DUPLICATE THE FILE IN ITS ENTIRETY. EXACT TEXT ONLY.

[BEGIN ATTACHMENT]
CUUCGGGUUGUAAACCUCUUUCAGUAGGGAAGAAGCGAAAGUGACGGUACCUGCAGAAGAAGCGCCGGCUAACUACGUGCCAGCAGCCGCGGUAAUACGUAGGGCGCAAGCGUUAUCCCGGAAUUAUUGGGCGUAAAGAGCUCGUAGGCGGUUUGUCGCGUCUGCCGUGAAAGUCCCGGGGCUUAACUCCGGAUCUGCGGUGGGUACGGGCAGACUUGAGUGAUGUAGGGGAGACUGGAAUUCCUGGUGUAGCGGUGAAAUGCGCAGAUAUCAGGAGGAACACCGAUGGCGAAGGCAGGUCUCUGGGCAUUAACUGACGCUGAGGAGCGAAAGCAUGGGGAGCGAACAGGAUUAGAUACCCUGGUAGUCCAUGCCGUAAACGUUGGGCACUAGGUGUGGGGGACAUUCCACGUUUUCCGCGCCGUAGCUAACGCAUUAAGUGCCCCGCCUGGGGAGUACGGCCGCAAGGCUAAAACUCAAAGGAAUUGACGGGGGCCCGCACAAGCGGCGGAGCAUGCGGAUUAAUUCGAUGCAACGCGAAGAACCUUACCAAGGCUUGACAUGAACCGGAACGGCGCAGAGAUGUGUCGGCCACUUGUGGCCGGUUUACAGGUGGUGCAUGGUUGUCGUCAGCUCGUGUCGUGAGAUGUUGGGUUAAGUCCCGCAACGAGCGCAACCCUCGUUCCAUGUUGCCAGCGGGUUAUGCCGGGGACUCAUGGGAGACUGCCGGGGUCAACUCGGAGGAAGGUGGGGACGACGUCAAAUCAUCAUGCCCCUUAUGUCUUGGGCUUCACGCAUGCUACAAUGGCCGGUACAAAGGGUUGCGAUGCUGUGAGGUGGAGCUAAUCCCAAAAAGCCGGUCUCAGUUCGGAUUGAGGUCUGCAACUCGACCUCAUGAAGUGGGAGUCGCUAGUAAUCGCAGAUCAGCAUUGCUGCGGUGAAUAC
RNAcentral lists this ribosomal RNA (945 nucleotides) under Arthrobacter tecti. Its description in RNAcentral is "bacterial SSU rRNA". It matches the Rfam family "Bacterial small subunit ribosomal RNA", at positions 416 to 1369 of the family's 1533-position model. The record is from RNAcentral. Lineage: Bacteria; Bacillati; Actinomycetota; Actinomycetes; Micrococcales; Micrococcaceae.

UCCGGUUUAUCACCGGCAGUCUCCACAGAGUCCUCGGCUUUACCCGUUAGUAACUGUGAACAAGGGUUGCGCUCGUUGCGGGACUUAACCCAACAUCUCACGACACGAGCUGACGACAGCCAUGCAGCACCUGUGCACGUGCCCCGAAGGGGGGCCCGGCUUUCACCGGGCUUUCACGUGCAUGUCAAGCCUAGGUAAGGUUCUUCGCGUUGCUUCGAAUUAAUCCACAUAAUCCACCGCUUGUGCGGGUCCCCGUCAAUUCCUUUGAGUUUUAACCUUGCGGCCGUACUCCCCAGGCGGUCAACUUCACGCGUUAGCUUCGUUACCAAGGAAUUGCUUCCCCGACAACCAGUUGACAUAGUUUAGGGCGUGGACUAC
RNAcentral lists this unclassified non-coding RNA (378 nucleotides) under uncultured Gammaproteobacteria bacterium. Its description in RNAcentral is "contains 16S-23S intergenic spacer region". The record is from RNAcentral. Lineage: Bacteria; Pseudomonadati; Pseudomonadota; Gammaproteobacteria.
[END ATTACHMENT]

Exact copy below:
CUUCGGGUUGUAAACCUCUUUCAGUAGGGAAGAAGCGAAAGUGACGGUACCUGCAGAAGAAGCGCCGGCUAACUACGUGCCAGCAGCCGCGGUAAUACGUAGGGCGCAAGCGUUAUCCCGGAAUUAUUGGGCGUAAAGAGCUCGUAGGCGGUUUGUCGCGUCUGCCGUGAAAGUCCCGGGGCUUAACUCCGGAUCUGCGGUGGGUACGGGCAGACUUGAGUGAUGUAGGGGAGACUGGAAUUCCUGGUGUAGCGGUGAAAUGCGCAGAUAUCAGGAGGAACACCGAUGGCGAAGGCAGGUCUCUGGGCAUUAACUGACGCUGAGGAGCGAAAGCAUGGGGAGCGAACAGGAUUAGAUACCCUGGUAGUCCAUGCCGUAAACGUUGGGCACUAGGUGUGGGGGACAUUCCACGUUUUCCGCGCCGUAGCUAACGCAUUAAGUGCCCCGCCUGGGGAGUACGGCCGCAAGGCUAAAACUCAAAGGAAUUGACGGGGGCCCGCACAAGCGGCGGAGCAUGCGGAUUAAUUCGAUGCAACGCGAAGAACCUUACCAAGGCUUGACAUGAACCGGAACGGCGCAGAGAUGUGUCGGCCACUUGUGGCCGGUUUACAGGUGGUGCAUGGUUGUCGUCAGCUCGUGUCGUGAGAUGUUGGGUUAAGUCCCGCAACGAGCGCAACCCUCGUUCCAUGUUGCCAGCGGGUUAUGCCGGGGACUCAUGGGAGACUGCCGGGGUCAACUCGGAGGAAGGUGGGGACGACGUCAAAUCAUCAUGCCCCUUAUGUCUUGGGCUUCACGCAUGCUACAAUGGCCGGUACAAAGGGUUGCGAUGCUGUGAGGUGGAGCUAAUCCCAAAAAGCCGGUCUCAGUUCGGAUUGAGGUCUGCAACUCGACCUCAUGAAGUGGGAGUCGCUAGUAAUCGCAGAUCAGCAUUGCUGCGGUGAAUAC
RNAcentral lists this ribosomal RNA (945 nucleotides) under Arthrobacter tecti. Its description in RNAcentral is "bacterial SSU rRNA". It matches the Rfam family "Bacterial small subunit ribosomal RNA", at positions 416 to 1369 of the family's 1533-position model. The record is from RNAcentral. Lineage: Bacteria; Bacillati; Actinomycetota; Actinomycetes; Micrococcales; Micrococcaceae.

UCCGGUUUAUCACCGGCAGUCUCCACAGAGUCCUCGGCUUUACCCGUUAGUAACUGUGAACAAGGGUUGCGCUCGUUGCGGGACUUAACCCAACAUCUCACGACACGAGCUGACGACAGCCAUGCAGCACCUGUGCACGUGCCCCGAAGGGGGGCCCGGCUUUCACCGGGCUUUCACGUGCAUGUCAAGCCUAGGUAAGGUUCUUCGCGUUGCUUCGAAUUAAUCCACAUAAUCCACCGCUUGUGCGGGUCCCCGUCAAUUCCUUUGAGUUUUAACCUUGCGGCCGUACUCCCCAGGCGGUCAACUUCACGCGUUAGCUUCGUUACCAAGGAAUUGCUUCCCCGACAACCAGUUGACAUAGUUUAGGGCGUGGACUAC
RNAcentral lists this unclassified non-coding RNA (378 nucleotides) under uncultured Gammaproteobacteria bacterium. Its description in RNAcentral is "contains 16S-23S intergenic spacer region". The record is from RNAcentral. Lineage: Bacteria; Pseudomonadati; Pseudomonadota; Gammaproteobacteria.